Oklahoma Supreme Court declines challenge to Marijuana license fee increases

Oklahoma Supreme Court declines challenge to Marijuana license fee increases

Oklahoma Supreme Court Defers Challenge to Medical Marijuana License Fee Hikes.

The Oklahoma Supreme Court declined this week to consider a challenge to a bill dramatically raising fees associated with medical marijuana licenses, kicking the lawsuit down to district court in Oklahoma County.

The decision not to exercise jurisdiction at this point was contained in a brief order and supports the position of the Oklahoma attorney general’s office. Seven justices concurred, one dissented and one did not vote.

The case was filed in June, when a law went into effect raising license fees for medical marijuana dispensaries, growers, processors and testing laboratories.

The fees for all had been a flat $2,500. The new law established fee structures for growers that can top $50,000 a year based on the size of the operation. 

The lawsuit, filed by a grower, a dispensary, a processor and the founder of Oklahomans for Responsible Cannabis Action, claims the Oklahoma Legislature violated constitutional provisions required for the passage of revenue, or tax, bills.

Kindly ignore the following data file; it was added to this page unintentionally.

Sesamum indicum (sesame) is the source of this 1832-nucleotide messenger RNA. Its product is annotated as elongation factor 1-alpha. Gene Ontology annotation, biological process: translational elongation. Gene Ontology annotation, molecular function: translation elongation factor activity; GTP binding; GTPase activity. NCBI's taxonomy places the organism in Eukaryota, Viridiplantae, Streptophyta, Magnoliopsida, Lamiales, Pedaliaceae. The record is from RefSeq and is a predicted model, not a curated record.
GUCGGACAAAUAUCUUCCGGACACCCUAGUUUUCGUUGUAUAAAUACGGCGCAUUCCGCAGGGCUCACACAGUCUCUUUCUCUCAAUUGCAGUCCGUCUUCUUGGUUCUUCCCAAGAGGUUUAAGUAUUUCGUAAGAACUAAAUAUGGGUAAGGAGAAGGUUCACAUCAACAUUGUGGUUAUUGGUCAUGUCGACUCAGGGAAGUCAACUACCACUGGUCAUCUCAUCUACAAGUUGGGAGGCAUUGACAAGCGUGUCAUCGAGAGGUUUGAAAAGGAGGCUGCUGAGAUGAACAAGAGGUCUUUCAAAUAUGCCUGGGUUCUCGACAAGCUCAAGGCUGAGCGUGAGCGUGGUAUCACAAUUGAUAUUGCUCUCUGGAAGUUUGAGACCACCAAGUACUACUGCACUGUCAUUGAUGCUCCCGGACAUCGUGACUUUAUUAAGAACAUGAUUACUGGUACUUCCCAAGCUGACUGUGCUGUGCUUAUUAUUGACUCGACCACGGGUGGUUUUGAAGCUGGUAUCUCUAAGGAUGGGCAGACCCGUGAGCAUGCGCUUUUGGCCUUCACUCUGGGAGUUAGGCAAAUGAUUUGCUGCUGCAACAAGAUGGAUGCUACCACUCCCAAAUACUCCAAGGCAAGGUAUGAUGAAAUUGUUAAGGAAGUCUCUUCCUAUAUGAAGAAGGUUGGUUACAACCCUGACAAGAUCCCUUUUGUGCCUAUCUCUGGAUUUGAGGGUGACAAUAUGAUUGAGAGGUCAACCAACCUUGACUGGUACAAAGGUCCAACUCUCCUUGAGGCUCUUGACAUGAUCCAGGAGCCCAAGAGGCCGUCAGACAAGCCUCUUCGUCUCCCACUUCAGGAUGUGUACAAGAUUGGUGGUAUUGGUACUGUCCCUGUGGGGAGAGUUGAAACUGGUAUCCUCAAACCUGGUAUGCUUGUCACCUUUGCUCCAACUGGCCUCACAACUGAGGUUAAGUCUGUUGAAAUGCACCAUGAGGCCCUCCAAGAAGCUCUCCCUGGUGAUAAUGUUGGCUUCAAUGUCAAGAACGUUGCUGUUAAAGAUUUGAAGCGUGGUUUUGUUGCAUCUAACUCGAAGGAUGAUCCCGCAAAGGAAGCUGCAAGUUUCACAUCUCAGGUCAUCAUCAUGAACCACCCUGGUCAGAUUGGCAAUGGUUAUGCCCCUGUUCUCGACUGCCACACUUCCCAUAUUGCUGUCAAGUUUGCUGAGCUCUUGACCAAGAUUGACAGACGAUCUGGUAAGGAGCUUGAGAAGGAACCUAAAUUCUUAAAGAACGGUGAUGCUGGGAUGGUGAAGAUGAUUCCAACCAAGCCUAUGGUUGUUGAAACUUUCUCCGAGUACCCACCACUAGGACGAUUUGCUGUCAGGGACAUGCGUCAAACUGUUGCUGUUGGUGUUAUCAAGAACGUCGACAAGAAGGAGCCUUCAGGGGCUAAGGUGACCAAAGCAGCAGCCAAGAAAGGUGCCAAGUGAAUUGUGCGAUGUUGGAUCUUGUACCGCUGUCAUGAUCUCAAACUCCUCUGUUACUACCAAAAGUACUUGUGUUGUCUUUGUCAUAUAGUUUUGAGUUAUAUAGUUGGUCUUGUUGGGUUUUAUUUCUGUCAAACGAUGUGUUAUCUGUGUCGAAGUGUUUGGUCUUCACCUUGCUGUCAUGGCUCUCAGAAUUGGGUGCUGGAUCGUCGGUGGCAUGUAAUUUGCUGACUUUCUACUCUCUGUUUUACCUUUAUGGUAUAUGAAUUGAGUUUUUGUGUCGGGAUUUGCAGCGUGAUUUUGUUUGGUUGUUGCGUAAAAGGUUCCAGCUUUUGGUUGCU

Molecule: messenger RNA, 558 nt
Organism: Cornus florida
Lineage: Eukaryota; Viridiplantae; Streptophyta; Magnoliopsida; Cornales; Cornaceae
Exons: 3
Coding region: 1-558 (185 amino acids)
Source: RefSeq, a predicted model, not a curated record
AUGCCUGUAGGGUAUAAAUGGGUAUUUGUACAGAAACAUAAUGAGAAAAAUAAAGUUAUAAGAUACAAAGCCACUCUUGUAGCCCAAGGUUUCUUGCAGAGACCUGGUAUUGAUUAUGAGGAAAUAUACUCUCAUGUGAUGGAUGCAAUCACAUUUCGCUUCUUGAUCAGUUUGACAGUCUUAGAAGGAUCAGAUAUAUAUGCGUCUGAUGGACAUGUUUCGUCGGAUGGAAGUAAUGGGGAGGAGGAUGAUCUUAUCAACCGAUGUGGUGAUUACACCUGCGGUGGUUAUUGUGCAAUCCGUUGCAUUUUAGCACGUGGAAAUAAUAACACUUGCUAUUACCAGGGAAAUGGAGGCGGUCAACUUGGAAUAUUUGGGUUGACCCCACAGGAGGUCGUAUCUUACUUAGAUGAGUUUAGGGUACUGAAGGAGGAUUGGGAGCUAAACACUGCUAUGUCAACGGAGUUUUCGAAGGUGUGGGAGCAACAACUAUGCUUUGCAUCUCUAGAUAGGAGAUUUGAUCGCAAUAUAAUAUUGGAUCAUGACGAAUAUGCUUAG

The Oklahoma attorney general’s office argued that the bill was not a revenue measure subject to the constitutional provisions cited by the marijuana businesses, primarily because it was approved not to raise money — the state had a huge budget surplus already — but to increase public safety by decreasing the oversupply of marijuana.

What to know about Oklahoma's medical marijuana license fees at issue

The fees are licensing fees meant to compensate the Oklahoma Medical Marijuana Authority for regulating the industry, the state attorneys told the Supreme Court, and “this court has never held that a license fee paid by a regulated industry is a tax.”

“The only growers, processors, and dispensaries that will see increases are those that produce a disproportionately large amount of marijuana. Those businesses place greater strains on OMMA.”

The attorney general’s office said the argument that the law discriminates among businesses in the medical marijuana industry was meritless because the new law applies equally to all businesses within the distinct categories.

And, even if that were not the case, the law would pass muster because the fee structure has a valid legislative objective — decreasing the oversupply of marijuana, the state attorneys said.

“The tiered system ensures that growers and processors that inject the most marijuana into the market pay more for the resulting regulatory strain,” the state argued.

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Region: Oklahoma

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